An enthralling, suspenseful documentary about spelling bees... yes, spelling bees: The spectacle of kids conquering freaky, tongue-twisting words really is thrilling. First-time feature filmmakers Jeff Blitz and Sean Welch single out eight children from wildly different backgrounds and trace the paths that lead them to the 1999 Scripps Howard National Spelling...read more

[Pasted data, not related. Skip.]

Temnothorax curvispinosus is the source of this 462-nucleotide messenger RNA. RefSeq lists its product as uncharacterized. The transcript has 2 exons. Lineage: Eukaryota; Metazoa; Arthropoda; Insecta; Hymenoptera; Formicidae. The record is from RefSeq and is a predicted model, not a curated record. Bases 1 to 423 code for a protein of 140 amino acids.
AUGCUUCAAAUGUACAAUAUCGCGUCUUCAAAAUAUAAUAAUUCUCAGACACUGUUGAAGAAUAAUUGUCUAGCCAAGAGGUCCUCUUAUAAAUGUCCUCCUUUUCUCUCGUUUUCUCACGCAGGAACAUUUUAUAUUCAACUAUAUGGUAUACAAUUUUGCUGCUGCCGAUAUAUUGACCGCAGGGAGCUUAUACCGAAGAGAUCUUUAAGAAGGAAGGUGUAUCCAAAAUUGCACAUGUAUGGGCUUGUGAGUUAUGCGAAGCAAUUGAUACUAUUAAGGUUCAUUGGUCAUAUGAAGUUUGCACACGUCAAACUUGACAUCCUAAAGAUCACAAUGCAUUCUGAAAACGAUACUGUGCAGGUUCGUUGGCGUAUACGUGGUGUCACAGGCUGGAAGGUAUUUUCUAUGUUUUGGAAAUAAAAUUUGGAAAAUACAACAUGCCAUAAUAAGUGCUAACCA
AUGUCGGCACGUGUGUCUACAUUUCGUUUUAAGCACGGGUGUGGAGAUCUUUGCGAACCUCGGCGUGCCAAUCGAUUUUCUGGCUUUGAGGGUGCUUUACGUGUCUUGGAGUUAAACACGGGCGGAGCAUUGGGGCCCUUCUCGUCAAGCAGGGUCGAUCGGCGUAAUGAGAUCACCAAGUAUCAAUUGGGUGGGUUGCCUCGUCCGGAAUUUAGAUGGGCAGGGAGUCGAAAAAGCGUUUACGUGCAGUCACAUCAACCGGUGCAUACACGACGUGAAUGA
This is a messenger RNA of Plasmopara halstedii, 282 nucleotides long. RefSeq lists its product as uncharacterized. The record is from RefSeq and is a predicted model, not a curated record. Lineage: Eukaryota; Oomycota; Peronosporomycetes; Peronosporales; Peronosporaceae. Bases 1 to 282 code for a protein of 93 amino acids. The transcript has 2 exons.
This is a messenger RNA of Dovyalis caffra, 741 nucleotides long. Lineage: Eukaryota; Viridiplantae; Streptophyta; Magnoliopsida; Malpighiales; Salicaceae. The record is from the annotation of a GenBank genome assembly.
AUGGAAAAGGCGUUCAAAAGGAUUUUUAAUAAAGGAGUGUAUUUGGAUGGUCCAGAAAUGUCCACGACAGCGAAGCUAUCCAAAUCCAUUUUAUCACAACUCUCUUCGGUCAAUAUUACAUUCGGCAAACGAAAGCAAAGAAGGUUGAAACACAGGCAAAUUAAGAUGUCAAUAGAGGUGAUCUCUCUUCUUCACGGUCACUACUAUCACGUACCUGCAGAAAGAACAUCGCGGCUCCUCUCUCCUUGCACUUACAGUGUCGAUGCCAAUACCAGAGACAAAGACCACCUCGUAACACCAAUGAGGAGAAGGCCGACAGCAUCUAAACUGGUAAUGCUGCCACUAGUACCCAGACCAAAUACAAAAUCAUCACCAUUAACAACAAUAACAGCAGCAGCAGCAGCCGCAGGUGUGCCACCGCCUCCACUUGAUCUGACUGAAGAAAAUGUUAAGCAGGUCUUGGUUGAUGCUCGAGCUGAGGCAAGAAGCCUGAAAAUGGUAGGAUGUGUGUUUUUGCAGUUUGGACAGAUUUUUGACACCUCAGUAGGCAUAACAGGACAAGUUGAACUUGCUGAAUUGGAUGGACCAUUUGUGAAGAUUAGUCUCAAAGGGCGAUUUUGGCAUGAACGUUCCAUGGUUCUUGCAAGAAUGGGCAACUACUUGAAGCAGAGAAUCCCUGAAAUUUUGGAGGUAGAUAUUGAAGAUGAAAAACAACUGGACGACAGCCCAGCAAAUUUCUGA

An enthralling, suspenseful documentary about spelling bees... yes, spelling bees: The spectacle of kids conquering freaky, tongue-twisting words really is thrilling. First-time feature filmmakers Jeff Blitz and Sean Welch single out eight children from wildly different backgrounds and trace the paths that lead them to the 1999 Scripps Howard National Spelling Bee, a two day event held annually in Washington, D.C. Eligibility ends at the eighth grade and students can't be older than 16, but most appear to be between 10 and 12. In any given year, nine million students participate in local and regional spelling bees; only 249 qualify to go to the Nationals and test their skills against words like "cephalgia," "heuristic," "cabotinage" and "opsimath." Neil, from San Clemente, Calif., is the privileged child of ambitious Indian immigrants; they've hired spelling coaches and language tutors, bought spelling-drill software, systematically studied words that tripped up skilled spellers in previous bees and even arranged a prayer marathon in India to help their son succeed. Perryton, Tex., native Angela, by contrast, is a self-taught speller who qualifies in her regional bee without benefit of coaches, study guides or even a computer; her Mexican immigrant parents speak almost no English. Optimistic Ashley practices with scrabble tiles in the apartment she shares with her single mother in a Washington, D.C., housing project. Ted, an awkward loner from rural Rolla, Mo., doesn't even think he's especially good at spelling; he prefers math. Nupur, from Tampa, Fla., is calm and self-possessed; chatty, high-strung Harry, from Glen Rock, N.J., tells goofy jokes and screws up his face like a cartoon gargoyle when he's sounding out a word. Neither Emily, from New Haven, Conn., nor April, from Ambler, Pa., thinks she can win. But Emily is philosophical the best thing about losing, she confides, would be tossing her word lists forever while April, whose parents are enamored of all things cheerily bee-oriented ("Welcome to Our Hive," reads their front-door plaque), is wracked with self-doubt. The filmmakers branch out to include interviews with previous winners, including Frank Neuhauser, who won the very first Scripps Howard competition in 1925. But the kids are the main event, and their stories are proof that real life rushes in where fiction fears to tread. What screenwriter would dare invent a spelling bee champ from a non-English speaking family, have the child of Indian immigrants stumble on "darjeeling" or the winner triumph on "logorrhea?"
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